Progression of neuromuscular tone development proceeds in a caudo-cephalad and centripetal direction; i.e., lower extremity passive flexor tone develops slightly ahead of upper extremity tone, and distal passive flexion precedes proximal passive flexion. (ref 8)
There are three possible methods of assessing passive flexor tone in the neonate. The first is extensor stretch or passive flexion, which may better be described as flexibility, and is used to evaluate the degree to which a limb can be flexed passively at the joint by the examiner. This maneuver requires no tone or extensor resistance on the part of the infant. We may be looking at mobility, flexibility or resistance to extensor stretch rather than at passive flexor tone.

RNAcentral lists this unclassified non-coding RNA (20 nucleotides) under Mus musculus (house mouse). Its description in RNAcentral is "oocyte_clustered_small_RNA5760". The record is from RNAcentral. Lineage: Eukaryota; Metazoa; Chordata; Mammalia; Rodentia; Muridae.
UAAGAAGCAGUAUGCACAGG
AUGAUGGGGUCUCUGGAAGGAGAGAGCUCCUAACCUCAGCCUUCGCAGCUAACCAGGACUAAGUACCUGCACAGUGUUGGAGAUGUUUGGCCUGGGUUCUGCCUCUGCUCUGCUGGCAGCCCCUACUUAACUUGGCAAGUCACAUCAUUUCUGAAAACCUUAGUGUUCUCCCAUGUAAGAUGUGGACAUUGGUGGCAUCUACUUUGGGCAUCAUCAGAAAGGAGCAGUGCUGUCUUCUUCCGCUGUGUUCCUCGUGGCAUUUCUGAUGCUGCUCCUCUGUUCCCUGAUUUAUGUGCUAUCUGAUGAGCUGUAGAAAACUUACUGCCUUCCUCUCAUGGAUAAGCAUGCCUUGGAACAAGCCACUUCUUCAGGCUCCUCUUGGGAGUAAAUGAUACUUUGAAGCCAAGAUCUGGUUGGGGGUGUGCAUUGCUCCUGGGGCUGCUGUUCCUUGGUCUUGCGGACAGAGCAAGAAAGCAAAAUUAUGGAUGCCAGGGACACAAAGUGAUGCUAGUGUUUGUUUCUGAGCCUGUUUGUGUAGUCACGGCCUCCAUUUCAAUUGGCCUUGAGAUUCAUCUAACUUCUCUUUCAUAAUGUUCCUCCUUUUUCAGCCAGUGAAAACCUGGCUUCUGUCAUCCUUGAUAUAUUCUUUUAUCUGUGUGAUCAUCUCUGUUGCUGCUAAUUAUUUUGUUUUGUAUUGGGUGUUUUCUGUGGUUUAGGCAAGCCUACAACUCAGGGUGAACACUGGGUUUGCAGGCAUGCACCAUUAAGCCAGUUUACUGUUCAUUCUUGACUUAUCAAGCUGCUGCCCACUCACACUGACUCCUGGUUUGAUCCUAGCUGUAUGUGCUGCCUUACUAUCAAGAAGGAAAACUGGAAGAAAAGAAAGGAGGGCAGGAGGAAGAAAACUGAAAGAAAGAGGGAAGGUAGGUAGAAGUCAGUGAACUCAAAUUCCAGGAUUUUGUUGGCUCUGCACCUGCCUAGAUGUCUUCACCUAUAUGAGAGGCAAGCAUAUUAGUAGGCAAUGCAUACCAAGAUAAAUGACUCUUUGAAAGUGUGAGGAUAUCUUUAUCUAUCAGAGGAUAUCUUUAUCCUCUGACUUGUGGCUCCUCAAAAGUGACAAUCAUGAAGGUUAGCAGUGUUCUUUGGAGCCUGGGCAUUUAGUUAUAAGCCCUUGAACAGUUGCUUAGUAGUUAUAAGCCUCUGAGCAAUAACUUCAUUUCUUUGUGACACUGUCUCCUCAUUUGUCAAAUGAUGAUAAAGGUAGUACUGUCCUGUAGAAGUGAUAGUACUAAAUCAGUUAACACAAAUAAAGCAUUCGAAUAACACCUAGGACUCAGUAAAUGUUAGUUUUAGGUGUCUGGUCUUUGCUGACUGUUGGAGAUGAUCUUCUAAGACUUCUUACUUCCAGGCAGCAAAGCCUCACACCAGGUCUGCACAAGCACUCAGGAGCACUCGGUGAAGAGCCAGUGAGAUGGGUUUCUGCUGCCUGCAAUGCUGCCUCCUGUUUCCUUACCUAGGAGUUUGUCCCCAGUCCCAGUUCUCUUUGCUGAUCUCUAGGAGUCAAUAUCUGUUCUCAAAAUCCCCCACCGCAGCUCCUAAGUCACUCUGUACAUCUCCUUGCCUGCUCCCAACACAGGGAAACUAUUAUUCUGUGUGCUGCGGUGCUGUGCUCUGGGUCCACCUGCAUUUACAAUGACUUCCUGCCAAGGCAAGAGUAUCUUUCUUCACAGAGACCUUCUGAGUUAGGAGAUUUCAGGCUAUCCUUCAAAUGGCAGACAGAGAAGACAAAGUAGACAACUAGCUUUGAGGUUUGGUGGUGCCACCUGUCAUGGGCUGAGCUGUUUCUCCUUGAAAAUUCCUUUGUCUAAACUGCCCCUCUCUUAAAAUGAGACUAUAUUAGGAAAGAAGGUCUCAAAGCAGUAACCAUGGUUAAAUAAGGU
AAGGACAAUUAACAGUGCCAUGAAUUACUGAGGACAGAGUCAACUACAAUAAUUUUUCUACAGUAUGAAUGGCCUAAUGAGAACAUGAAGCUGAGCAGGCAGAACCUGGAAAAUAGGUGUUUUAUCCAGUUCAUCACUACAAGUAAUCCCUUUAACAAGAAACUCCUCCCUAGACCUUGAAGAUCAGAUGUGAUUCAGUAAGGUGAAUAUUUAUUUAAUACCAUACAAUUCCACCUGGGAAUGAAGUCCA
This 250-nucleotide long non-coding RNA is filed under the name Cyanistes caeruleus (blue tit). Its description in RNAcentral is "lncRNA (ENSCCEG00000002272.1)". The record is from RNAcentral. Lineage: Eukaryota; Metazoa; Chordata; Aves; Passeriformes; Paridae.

The second method of assessing passive flexor tone is resistance to passive extension. These maneuvers require;
a) that the untested portion of the extremity be resting quietly on a supporting surface;
b) that the examiner be very sensitive to the infant's slight tendency to resist extension; and
c) that the examiner avoid placing pressure on flexors being tested, thereby interfering with their function.
The third method of testing passive flexor tone is measurement of angles of recoil to a previously flexed position. This maneuver requires that the examiner;
a) pre-set the extremity to a flexed position; and
b) avoid fatiguing the flexors by maintaining the extremity in the extended position for too long a period of time prior to releasing.